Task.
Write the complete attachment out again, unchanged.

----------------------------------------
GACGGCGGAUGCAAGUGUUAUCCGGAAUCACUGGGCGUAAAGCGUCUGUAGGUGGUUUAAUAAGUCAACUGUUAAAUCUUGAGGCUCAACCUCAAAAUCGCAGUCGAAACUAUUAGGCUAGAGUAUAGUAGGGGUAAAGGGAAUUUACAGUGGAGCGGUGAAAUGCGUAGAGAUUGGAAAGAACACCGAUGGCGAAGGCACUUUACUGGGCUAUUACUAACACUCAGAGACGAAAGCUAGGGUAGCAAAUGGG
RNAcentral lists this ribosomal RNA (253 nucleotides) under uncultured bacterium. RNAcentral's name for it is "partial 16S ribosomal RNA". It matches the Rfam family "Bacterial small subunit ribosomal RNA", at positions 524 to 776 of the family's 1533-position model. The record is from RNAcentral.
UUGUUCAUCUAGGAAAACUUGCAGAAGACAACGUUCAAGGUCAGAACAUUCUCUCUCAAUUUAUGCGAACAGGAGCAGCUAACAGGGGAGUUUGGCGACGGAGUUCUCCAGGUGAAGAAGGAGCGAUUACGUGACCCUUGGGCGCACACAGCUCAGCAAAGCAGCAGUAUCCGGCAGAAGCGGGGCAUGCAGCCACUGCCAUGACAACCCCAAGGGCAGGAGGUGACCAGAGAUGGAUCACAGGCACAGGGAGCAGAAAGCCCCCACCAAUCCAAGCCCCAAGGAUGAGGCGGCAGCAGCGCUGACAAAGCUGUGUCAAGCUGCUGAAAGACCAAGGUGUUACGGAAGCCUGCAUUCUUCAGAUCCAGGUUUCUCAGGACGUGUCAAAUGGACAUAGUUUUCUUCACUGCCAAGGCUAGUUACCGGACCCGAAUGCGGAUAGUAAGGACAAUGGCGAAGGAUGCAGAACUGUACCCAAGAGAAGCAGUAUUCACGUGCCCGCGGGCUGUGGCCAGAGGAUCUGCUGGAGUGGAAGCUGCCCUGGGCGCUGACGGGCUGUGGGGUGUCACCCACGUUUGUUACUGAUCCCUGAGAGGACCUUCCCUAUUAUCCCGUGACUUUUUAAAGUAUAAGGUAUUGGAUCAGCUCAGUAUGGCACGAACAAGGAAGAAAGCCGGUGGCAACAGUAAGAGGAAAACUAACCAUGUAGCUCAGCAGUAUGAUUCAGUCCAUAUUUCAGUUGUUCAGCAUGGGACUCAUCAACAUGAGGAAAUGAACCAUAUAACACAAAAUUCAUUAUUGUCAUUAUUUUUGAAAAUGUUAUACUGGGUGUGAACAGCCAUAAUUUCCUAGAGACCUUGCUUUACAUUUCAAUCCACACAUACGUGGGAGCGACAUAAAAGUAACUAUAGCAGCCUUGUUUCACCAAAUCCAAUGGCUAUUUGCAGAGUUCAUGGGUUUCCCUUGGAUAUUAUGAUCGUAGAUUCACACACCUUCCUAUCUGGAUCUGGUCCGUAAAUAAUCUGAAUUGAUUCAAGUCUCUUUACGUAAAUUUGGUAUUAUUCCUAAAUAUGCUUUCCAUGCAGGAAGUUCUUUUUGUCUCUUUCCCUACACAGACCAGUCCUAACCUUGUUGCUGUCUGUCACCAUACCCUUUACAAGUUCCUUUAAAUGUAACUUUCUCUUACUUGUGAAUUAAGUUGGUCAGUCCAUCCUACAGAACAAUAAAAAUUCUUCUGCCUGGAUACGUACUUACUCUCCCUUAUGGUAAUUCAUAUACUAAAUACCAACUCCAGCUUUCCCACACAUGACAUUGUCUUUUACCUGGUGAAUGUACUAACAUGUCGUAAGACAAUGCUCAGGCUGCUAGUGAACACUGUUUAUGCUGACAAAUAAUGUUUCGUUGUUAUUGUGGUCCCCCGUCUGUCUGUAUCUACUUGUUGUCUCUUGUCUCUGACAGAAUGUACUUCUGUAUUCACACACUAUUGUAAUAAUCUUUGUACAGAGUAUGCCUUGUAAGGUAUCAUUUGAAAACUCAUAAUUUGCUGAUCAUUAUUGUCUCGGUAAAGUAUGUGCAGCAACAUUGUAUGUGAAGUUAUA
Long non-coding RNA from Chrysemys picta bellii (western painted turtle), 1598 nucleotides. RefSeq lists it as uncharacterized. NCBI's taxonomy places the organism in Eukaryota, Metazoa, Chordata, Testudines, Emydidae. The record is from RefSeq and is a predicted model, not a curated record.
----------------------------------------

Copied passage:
GACGGCGGAUGCAAGUGUUAUCCGGAAUCACUGGGCGUAAAGCGUCUGUAGGUGGUUUAAUAAGUCAACUGUUAAAUCUUGAGGCUCAACCUCAAAAUCGCAGUCGAAACUAUUAGGCUAGAGUAUAGUAGGGGUAAAGGGAAUUUACAGUGGAGCGGUGAAAUGCGUAGAGAUUGGAAAGAACACCGAUGGCGAAGGCACUUUACUGGGCUAUUACUAACACUCAGAGACGAAAGCUAGGGUAGCAAAUGGG
RNAcentral lists this ribosomal RNA (253 nucleotides) under uncultured bacterium. RNAcentral's name for it is "partial 16S ribosomal RNA". It matches the Rfam family "Bacterial small subunit ribosomal RNA", at positions 524 to 776 of the family's 1533-position model. The record is from RNAcentral.
UUGUUCAUCUAGGAAAACUUGCAGAAGACAACGUUCAAGGUCAGAACAUUCUCUCUCAAUUUAUGCGAACAGGAGCAGCUAACAGGGGAGUUUGGCGACGGAGUUCUCCAGGUGAAGAAGGAGCGAUUACGUGACCCUUGGGCGCACACAGCUCAGCAAAGCAGCAGUAUCCGGCAGAAGCGGGGCAUGCAGCCACUGCCAUGACAACCCCAAGGGCAGGAGGUGACCAGAGAUGGAUCACAGGCACAGGGAGCAGAAAGCCCCCACCAAUCCAAGCCCCAAGGAUGAGGCGGCAGCAGCGCUGACAAAGCUGUGUCAAGCUGCUGAAAGACCAAGGUGUUACGGAAGCCUGCAUUCUUCAGAUCCAGGUUUCUCAGGACGUGUCAAAUGGACAUAGUUUUCUUCACUGCCAAGGCUAGUUACCGGACCCGAAUGCGGAUAGUAAGGACAAUGGCGAAGGAUGCAGAACUGUACCCAAGAGAAGCAGUAUUCACGUGCCCGCGGGCUGUGGCCAGAGGAUCUGCUGGAGUGGAAGCUGCCCUGGGCGCUGACGGGCUGUGGGGUGUCACCCACGUUUGUUACUGAUCCCUGAGAGGACCUUCCCUAUUAUCCCGUGACUUUUUAAAGUAUAAGGUAUUGGAUCAGCUCAGUAUGGCACGAACAAGGAAGAAAGCCGGUGGCAACAGUAAGAGGAAAACUAACCAUGUAGCUCAGCAGUAUGAUUCAGUCCAUAUUUCAGUUGUUCAGCAUGGGACUCAUCAACAUGAGGAAAUGAACCAUAUAACACAAAAUUCAUUAUUGUCAUUAUUUUUGAAAAUGUUAUACUGGGUGUGAACAGCCAUAAUUUCCUAGAGACCUUGCUUUACAUUUCAAUCCACACAUACGUGGGAGCGACAUAAAAGUAACUAUAGCAGCCUUGUUUCACCAAAUCCAAUGGCUAUUUGCAGAGUUCAUGGGUUUCCCUUGGAUAUUAUGAUCGUAGAUUCACACACCUUCCUAUCUGGAUCUGGUCCGUAAAUAAUCUGAAUUGAUUCAAGUCUCUUUACGUAAAUUUGGUAUUAUUCCUAAAUAUGCUUUCCAUGCAGGAAGUUCUUUUUGUCUCUUUCCCUACACAGACCAGUCCUAACCUUGUUGCUGUCUGUCACCAUACCCUUUACAAGUUCCUUUAAAUGUAACUUUCUCUUACUUGUGAAUUAAGUUGGUCAGUCCAUCCUACAGAACAAUAAAAAUUCUUCUGCCUGGAUACGUACUUACUCUCCCUUAUGGUAAUUCAUAUACUAAAUACCAACUCCAGCUUUCCCACACAUGACAUUGUCUUUUACCUGGUGAAUGUACUAACAUGUCGUAAGACAAUGCUCAGGCUGCUAGUGAACACUGUUUAUGCUGACAAAUAAUGUUUCGUUGUUAUUGUGGUCCCCCGUCUGUCUGUAUCUACUUGUUGUCUCUUGUCUCUGACAGAAUGUACUUCUGUAUUCACACACUAUUGUAAUAAUCUUUGUACAGAGUAUGCCUUGUAAGGUAUCAUUUGAAAACUCAUAAUUUGCUGAUCAUUAUUGUCUCGGUAAAGUAUGUGCAGCAACAUUGUAUGUGAAGUUAUA
Long non-coding RNA from Chrysemys picta bellii (western painted turtle), 1598 nucleotides. RefSeq lists it as uncharacterized. NCBI's taxonomy places the organism in Eukaryota, Metazoa, Chordata, Testudines, Emydidae. The record is from RefSeq and is a predicted model, not a curated record.